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be any authority in God's high command, if any thing inviting in a Saviour's aspect and offer, if any thing alluring in the Spirit's motions, if any value in time, if any gain in godliness, if any joys in heaven, if any torments in hell, finally, if thou hast any love to thine own soul, I beseech by every one, I beseech thee by all of these, 66 Believe in the Lord Jesus Christ,”
NATURE OF SAVING FAITH.
Acts xvi. 31.
and thou shall be saved.
HAVING spoken at large concerning faith in Jesus, we come now to the second thing proposed in the me. thod, viz. To speak of the salvation promised to the believer. “ Believe in the Lord Jesus Christ, and thou shalt be saved."
In discoursing on this salvation, we intend two things.
1. To speak concerning its properties.
II. To take a view of its various parts.
First we are to mention its properties.
And in the first place. It is a purchased salvation, purchased by him in whom we are called to believe. Though by nature the Son of God, he became a man, yea, a servant, to purchase salvation to the sons of men. They having forfeited all right to glory, in that condition they had still continued, had not Christ made the purchase. From the infusion of spiritual life into the dead soul, to their sitting at Christ's right hand, all, all is a purchased possession, Eph. i. 14.
Not a drop of salvation but cost the Saviour's heart a groan. Sinners were not only poor, and therefore unable to buy their bliss, but they themselves were as debtors in the hands of justice, and therefore to be bought back. Accordingly there was a double purchase, viz. of persons and of things. One mighty price was given for them both. The Redeemer gave himself, Tit. ii. 14.; he made his soul an offering, Isa. liji. 10.; allowed his body to be broken, and his blood to be shed, Matt. xxvi. 26.-28.; gave his back to the smiters, and his cheek to them that plucked off the hair: and hid not his face from shame and spitting, Isa. 1. 6. A high priced salvation indeed! Corruptible things, as silver and gold, were of no'. value here. Thousands of rams, ten thousands of rivers of oil could not pacify nor please. Torrents of tears would have been ineffectual. In vain had men sacrificed their firstborn for their transgression. In vain had they offered the fruit of their body for the sin of their soul, Mic. vi. 7. Adam and all his sons were too poor to give an adequate price. Nay, angels themselves could not. The redemption of one sinner would have beggared them all. The price of salvation was too high for the whole creation. It was a God that was offended, and none but a God could satisfy for the offence, and purchase the forfeited inheritance. God purchased his church with his own blood, Acts xx. 28. The Son laid down his life for the sheep, John X. 15. His life, his precious life, was the price of our salvation. If we are forgiven, it is through his blood, Eph. i. 7. If we are cleansed, it is in his own blood, 1 John i. 7. If we have boldness to enter into the holiest, it is by the blood of Jesus, Heb. x. 19. Thus the salvation promised to a believer is purchased.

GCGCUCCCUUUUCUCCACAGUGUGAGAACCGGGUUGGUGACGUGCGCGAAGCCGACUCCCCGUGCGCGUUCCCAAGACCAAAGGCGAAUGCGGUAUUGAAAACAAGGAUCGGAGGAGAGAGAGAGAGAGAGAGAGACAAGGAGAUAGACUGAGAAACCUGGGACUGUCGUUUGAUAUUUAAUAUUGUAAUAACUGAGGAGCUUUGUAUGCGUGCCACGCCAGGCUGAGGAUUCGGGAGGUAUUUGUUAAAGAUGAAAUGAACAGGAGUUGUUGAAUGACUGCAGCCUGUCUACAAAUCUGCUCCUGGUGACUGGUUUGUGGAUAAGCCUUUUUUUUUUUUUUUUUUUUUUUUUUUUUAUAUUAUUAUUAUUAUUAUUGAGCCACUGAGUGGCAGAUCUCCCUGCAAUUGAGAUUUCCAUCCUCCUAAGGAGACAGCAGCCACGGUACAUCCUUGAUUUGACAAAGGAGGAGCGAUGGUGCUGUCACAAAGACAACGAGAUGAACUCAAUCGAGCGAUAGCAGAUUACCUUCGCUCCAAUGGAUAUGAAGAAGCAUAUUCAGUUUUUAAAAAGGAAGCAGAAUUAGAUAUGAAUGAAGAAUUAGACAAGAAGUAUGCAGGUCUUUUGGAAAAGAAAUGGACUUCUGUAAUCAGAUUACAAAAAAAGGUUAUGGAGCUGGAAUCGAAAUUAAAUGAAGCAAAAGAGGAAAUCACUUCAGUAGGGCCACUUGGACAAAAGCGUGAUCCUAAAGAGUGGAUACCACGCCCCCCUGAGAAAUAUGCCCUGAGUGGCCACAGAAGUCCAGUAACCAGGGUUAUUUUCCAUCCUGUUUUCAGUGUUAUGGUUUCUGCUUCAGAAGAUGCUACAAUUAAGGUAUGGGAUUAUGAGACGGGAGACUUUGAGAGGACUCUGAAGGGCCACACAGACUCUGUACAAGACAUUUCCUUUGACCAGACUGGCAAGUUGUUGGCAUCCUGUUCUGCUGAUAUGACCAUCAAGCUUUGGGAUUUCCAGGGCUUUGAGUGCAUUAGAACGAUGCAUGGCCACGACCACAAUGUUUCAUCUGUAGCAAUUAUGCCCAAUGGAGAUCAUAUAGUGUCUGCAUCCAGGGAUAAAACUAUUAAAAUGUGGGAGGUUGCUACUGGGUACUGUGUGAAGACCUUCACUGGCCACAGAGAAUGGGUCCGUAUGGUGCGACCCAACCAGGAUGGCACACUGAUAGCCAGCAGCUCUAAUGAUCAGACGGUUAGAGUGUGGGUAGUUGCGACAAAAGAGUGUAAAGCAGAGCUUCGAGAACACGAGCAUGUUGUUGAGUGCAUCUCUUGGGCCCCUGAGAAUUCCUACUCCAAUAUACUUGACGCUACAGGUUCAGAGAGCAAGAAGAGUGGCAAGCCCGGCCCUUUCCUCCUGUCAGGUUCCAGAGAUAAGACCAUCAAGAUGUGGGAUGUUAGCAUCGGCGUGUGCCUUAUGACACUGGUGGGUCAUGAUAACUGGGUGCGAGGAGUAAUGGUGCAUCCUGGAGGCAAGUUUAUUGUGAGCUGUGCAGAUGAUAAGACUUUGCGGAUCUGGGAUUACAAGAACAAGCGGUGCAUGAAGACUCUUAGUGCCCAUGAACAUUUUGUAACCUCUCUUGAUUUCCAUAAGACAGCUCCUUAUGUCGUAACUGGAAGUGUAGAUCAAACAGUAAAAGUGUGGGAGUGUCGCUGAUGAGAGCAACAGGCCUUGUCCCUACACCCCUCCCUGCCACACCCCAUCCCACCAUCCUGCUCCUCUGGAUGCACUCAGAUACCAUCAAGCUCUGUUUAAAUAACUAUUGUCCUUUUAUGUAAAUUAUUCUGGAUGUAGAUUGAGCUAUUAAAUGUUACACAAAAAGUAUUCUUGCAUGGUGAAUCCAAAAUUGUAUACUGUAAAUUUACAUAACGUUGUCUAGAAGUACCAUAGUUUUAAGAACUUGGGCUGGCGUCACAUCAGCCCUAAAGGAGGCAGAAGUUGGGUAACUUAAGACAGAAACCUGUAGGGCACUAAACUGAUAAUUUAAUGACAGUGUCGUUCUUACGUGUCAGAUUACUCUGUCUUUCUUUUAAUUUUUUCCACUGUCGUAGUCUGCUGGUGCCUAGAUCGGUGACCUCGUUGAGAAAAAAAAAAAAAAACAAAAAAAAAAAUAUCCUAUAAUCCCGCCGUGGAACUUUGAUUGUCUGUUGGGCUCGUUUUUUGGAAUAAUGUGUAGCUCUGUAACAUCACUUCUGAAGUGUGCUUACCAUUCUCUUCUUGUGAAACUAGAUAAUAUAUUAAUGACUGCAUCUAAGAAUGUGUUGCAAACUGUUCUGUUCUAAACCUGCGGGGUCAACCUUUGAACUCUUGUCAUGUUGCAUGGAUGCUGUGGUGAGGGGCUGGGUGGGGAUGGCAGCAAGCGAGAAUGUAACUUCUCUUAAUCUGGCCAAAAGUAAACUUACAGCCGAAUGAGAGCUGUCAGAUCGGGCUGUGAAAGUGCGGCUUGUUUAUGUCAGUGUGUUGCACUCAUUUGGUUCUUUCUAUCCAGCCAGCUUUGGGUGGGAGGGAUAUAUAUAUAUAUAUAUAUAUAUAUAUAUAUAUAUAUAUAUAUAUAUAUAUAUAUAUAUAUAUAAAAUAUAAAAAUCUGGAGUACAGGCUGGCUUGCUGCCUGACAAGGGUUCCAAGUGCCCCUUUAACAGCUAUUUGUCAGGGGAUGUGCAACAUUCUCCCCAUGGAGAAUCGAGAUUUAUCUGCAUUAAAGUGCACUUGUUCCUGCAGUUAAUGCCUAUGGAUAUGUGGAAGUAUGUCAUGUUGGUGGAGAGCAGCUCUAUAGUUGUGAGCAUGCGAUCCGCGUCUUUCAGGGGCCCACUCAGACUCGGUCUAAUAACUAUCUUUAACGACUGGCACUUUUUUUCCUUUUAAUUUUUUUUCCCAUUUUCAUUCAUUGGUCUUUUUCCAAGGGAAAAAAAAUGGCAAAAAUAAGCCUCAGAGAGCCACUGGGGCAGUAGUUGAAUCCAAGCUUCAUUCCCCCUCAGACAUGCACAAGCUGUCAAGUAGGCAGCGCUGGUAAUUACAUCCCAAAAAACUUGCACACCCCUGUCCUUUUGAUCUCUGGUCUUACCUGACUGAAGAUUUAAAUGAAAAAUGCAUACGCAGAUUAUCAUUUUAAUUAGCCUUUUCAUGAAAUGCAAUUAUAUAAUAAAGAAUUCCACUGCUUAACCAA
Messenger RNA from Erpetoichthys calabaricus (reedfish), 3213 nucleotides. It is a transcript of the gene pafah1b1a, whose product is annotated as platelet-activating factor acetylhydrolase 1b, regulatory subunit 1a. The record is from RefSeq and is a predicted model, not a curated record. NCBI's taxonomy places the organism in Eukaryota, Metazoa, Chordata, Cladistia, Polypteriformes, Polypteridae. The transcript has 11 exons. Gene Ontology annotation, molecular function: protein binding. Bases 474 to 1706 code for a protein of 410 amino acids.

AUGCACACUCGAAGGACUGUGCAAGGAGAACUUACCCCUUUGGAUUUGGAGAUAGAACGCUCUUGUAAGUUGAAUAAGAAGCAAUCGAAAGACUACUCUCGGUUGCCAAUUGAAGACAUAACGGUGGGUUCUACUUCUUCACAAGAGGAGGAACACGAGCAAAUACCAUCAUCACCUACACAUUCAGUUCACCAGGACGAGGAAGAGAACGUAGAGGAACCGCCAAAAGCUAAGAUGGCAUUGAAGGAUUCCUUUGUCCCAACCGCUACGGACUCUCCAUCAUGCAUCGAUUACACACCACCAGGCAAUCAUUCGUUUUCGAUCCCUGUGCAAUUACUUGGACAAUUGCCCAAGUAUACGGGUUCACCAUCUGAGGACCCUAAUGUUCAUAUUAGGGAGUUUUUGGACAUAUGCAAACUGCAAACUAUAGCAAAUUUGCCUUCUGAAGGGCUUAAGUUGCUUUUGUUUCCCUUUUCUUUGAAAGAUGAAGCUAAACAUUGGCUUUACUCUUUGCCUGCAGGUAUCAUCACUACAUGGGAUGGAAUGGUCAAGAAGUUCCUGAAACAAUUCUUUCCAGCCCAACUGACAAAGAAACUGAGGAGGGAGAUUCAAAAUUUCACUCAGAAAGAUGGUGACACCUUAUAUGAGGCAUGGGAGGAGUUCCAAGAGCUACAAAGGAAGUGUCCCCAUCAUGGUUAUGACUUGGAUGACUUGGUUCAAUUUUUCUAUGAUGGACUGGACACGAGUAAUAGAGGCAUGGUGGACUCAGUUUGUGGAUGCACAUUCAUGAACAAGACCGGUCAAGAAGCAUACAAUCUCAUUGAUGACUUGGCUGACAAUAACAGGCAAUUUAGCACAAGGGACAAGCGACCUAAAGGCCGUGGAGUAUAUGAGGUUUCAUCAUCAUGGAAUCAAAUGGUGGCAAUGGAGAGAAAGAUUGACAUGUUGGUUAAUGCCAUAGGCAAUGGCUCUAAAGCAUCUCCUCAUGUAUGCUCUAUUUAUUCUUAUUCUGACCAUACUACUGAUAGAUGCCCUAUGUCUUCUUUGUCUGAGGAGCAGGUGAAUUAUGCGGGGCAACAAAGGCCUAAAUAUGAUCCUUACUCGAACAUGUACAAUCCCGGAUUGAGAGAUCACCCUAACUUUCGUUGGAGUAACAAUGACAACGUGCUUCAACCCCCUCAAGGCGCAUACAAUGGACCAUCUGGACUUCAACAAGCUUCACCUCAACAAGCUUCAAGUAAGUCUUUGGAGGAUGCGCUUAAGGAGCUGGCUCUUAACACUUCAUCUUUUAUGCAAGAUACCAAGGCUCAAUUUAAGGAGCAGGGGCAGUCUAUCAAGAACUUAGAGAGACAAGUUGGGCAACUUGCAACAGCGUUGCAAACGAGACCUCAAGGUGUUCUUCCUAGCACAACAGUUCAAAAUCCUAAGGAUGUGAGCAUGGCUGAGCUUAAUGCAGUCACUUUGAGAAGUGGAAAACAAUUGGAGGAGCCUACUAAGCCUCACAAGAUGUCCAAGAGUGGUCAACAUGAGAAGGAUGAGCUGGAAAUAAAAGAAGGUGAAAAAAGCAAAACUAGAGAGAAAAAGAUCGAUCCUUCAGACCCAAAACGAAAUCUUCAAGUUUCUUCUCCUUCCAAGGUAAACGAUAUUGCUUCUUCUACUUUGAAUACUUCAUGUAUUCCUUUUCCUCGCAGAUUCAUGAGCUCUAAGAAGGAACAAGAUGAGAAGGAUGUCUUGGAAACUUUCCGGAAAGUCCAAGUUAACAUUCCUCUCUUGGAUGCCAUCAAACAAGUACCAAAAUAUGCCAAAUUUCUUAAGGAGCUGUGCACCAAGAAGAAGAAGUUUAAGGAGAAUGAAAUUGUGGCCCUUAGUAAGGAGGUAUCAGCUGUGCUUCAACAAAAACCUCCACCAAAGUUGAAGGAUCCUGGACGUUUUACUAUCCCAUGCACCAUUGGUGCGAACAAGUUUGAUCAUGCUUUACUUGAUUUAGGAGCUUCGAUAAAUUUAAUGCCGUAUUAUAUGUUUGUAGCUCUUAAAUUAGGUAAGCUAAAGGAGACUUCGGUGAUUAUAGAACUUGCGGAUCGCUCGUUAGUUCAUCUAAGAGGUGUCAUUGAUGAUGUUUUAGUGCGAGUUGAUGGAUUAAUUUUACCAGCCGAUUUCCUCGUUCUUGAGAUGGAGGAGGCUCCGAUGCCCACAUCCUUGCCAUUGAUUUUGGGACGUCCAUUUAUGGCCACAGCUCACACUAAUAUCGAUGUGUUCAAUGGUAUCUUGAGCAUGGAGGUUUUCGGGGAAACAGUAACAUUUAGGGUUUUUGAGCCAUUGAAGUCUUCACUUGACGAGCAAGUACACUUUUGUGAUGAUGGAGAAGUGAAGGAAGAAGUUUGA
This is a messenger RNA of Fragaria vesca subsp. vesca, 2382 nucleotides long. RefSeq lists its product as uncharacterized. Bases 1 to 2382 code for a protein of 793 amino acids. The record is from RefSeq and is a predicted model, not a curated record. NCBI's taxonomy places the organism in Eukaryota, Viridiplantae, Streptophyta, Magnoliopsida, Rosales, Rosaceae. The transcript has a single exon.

2dly. It is a great salvation, and no marvel, since the price was so. It is expressly called the great salvation, Heb. ii. 3. Great in its author, great in its